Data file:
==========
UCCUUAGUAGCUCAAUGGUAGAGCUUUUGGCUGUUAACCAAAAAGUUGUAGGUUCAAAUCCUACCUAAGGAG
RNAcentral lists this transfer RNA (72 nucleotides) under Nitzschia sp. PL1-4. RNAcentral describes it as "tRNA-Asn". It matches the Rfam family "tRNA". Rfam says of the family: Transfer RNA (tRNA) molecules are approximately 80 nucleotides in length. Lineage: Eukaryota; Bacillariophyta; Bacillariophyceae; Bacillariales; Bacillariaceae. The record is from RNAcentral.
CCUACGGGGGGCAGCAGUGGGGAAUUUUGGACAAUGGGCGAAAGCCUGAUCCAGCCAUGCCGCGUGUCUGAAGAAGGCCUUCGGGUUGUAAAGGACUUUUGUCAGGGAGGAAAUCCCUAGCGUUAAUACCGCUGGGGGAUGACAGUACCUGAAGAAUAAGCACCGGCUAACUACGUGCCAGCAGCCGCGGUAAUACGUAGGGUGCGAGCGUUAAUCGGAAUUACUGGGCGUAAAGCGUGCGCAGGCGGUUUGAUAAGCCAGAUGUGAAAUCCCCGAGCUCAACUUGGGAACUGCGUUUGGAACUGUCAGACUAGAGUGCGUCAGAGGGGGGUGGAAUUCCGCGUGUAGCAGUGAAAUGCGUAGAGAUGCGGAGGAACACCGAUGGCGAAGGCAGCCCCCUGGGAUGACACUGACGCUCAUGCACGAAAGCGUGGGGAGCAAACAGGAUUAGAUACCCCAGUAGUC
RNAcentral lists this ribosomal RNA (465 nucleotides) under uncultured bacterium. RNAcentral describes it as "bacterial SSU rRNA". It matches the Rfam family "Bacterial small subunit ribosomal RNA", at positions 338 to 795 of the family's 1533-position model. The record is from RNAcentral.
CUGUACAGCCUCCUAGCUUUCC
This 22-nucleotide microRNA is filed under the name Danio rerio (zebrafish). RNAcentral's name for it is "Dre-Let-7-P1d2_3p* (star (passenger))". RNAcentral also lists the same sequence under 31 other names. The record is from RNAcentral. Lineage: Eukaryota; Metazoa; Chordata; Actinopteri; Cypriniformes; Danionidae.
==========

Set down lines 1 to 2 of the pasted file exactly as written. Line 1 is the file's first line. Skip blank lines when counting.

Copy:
UCCUUAGUAGCUCAAUGGUAGAGCUUUUGGCUGUUAACCAAAAAGUUGUAGGUUCAAAUCCUACCUAAGGAG
RNAcentral lists this transfer RNA (72 nucleotides) under Nitzschia sp. PL1-4. RNAcentral describes it as "tRNA-Asn". It matches the Rfam family "tRNA". Rfam says of the family: Transfer RNA (tRNA) molecules are approximately 80 nucleotides in length. Lineage: Eukaryota; Bacillariophyta; Bacillariophyceae; Bacillariales; Bacillariaceae. The record is from RNAcentral.